This article has been updated with comments from the American College of Cardiology.
The FDA said Thursday that it plans to make public information on four patient deaths linked to Boston Scientific’s (NYSE:BSX) Watchman heart implant once it receives that information from the company.
The agency said it has asked the sponsor of a Watchman postmarket study for details on the deaths so it can include that information in its MAUDE adverse-events database. A report Wednesday in the Minneapolis StarTribune said the FDA is apparently allowing medtech companies to submit incomplete reports of device-related deaths.
The news article said that the agency accepted one summary report covering four deaths related to Boston Scientific’s Watchman left atrial appendage closure device. The report contains no details about the events that led to the patients’ deaths nor about the postmarket surveillance study that revealed them. It refers only to a spreadsheet that the newspaper said the FDA declined to release.
Boston Scientific describes the Watchman as a permanent implant that is an alternative to the lifelong use of warfarin for people with atrial fibrillation not caused by a heart valve problem. The Watchman was designed to reduce the risk of stroke without the danger of bleeding associated with blood-thinners like warfarin, according to the company.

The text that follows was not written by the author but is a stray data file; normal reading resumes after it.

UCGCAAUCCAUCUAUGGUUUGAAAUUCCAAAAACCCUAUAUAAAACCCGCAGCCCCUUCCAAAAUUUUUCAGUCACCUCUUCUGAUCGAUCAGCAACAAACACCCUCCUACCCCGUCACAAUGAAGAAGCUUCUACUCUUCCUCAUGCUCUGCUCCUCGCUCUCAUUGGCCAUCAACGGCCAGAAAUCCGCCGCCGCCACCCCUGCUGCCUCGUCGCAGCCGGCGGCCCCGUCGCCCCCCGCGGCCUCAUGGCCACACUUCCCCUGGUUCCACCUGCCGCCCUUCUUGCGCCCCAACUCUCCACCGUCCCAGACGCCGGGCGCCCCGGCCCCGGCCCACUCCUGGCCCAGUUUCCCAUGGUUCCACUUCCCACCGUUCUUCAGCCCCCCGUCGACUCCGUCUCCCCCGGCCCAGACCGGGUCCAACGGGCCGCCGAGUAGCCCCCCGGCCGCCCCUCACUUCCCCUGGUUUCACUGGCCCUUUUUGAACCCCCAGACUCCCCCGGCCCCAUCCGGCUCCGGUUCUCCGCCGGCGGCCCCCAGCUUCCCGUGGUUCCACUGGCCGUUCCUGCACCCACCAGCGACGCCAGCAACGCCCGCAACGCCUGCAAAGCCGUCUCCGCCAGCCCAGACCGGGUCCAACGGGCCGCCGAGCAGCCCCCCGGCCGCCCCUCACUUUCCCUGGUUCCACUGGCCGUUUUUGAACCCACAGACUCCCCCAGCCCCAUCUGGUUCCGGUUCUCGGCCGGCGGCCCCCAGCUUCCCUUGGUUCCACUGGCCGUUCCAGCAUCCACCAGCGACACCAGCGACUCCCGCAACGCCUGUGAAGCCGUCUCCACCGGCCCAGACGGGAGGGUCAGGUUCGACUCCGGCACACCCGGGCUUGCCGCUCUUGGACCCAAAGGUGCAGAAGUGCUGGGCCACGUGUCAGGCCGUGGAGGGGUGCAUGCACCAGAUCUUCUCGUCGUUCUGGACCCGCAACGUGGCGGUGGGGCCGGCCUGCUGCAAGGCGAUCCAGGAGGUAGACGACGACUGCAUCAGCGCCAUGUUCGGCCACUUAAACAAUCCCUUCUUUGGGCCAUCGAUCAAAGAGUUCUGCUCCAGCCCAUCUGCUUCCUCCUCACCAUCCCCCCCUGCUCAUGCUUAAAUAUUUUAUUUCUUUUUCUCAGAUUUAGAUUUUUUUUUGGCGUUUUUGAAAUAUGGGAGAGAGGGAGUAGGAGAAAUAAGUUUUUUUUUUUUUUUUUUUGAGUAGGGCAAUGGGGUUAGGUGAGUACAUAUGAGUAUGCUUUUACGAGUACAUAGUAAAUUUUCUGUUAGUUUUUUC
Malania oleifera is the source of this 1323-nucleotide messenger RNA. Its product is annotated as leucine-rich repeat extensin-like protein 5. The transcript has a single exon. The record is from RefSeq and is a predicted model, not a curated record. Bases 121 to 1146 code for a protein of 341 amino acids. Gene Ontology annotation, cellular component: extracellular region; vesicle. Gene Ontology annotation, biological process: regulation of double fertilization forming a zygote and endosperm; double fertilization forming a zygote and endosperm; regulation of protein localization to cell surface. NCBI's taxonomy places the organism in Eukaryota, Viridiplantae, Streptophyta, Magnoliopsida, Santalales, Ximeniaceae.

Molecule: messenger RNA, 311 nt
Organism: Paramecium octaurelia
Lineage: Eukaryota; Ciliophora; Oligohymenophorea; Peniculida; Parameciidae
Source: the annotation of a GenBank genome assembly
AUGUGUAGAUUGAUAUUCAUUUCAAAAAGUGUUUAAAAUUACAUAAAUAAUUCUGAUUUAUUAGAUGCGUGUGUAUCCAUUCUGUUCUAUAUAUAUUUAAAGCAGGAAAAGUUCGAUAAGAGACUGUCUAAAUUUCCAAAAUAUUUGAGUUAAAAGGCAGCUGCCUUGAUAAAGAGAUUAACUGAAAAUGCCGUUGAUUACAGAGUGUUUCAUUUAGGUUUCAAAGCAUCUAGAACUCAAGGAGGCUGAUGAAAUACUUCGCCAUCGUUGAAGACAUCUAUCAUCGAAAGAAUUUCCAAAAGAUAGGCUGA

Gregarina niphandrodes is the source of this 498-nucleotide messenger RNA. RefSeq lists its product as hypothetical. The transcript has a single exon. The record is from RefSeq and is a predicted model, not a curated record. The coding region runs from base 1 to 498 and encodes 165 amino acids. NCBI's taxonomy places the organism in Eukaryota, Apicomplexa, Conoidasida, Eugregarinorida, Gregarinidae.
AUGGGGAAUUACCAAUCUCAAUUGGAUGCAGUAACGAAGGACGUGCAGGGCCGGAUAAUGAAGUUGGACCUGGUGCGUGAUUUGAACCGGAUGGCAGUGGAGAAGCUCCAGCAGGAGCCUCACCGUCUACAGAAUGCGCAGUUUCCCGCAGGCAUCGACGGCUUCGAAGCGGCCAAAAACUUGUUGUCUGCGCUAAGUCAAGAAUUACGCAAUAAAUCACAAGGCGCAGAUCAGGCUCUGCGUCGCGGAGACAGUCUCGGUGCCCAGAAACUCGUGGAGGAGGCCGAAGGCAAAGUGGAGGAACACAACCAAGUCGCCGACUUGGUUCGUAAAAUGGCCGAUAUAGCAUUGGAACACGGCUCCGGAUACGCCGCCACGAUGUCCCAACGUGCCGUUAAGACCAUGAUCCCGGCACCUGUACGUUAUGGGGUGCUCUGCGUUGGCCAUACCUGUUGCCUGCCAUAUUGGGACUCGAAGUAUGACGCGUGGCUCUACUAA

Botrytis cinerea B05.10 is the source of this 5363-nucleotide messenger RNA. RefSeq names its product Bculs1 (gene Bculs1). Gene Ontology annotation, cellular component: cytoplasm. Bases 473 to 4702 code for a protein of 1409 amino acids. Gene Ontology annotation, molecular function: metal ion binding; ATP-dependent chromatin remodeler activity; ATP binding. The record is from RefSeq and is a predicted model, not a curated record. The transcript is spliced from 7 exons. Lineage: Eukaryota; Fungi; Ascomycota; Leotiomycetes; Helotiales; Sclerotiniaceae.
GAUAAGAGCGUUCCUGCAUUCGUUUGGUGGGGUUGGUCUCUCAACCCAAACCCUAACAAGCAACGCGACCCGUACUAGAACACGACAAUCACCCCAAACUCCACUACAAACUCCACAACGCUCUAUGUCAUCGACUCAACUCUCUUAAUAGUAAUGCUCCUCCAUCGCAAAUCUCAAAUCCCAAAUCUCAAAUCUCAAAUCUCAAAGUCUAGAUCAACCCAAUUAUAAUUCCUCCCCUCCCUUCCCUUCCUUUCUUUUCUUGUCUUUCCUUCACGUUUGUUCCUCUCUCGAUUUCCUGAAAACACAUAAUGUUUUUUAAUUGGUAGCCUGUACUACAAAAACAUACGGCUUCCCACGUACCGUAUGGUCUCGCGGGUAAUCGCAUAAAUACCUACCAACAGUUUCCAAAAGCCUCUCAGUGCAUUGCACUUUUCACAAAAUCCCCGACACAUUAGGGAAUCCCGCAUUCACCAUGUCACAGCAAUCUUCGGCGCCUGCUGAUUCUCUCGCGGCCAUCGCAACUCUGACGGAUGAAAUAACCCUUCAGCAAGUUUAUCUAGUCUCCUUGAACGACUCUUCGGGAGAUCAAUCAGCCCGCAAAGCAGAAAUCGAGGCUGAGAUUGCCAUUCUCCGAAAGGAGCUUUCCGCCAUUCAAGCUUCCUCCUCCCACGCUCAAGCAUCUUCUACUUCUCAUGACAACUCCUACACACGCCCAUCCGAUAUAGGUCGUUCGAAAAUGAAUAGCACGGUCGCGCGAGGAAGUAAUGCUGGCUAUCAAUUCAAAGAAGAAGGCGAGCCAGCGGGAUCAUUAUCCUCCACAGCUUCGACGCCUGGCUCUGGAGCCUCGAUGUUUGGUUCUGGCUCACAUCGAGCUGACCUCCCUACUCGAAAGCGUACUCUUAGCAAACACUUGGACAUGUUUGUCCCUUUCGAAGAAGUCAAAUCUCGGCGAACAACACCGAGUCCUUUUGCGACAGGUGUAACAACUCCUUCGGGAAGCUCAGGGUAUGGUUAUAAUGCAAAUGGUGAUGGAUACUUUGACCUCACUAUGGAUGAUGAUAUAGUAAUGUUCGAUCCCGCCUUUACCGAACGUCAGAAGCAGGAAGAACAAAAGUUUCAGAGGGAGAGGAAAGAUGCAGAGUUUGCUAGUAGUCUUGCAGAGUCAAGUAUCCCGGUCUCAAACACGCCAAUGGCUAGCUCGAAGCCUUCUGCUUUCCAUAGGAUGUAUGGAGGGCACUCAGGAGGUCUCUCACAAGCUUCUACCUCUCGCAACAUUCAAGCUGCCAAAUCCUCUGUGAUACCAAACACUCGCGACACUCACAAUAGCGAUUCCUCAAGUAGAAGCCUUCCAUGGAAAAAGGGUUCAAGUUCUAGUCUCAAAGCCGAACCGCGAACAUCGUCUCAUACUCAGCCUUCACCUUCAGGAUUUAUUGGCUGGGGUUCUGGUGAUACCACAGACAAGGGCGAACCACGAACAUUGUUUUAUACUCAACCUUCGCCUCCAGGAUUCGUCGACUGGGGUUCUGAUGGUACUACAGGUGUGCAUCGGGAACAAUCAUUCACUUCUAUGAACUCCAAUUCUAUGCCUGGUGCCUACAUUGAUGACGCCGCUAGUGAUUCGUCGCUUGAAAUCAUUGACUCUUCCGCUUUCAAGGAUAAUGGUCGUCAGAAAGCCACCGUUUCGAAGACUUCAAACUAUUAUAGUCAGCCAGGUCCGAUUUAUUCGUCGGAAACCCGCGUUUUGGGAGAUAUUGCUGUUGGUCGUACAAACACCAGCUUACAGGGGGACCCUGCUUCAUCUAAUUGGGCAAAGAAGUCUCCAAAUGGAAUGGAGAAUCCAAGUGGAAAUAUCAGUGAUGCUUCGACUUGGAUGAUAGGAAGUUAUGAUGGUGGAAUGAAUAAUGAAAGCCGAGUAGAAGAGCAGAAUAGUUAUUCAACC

On Thursday, the FDA said in an email to MassDevice that it did share the spreadsheet with the newspaper. “There are no hidden reports,” said agency spokesperson Kristen Pluchino. “The manufacturer’s evaluation found that the device problems associated with the deaths are unknown and they were unable to draw conclusions.”
The agency said it granted Boston Scientific “an exemption from individual reporting requirements… for certain adverse events that the manufacturer becomes aware of through a qualified registry. The firm is still required to follow-up on events to the extent they are able and submit information through the form 3500A, which FDA redacts and makes available in MAUDE.”
Pulchino did not respond to a question about the types of adverse events the exemption covers.
Boston Scientific said Wednesday that the FDA-mandated New Enrollment PoST Approval Surveillance Analysis Plan (NESTed SAP) embedded within the National Cardiovascular Data Registry (NCDR) Left Atrial Appendage Occlusion Registry (LAAO Registry) independently tracks all patients who have received a Watchman implant. The registry was established and is managed by the American College of Cardiology (ACC).
Although the FDA said the registry information is available to ACC physicians, an ACC spokeswoman said that is not the case. “NCDR is a way for hospitals, health systems and practices to measure and improve the quality of care. These groups who are enrolled in a registry have access to their own data and those who choose to publicly report can do so” through an ACC program that does not include the LAAO registry, she added. Researchers can also submit requests to NCDR for information that is based on NCDR data, the spokeswoman added.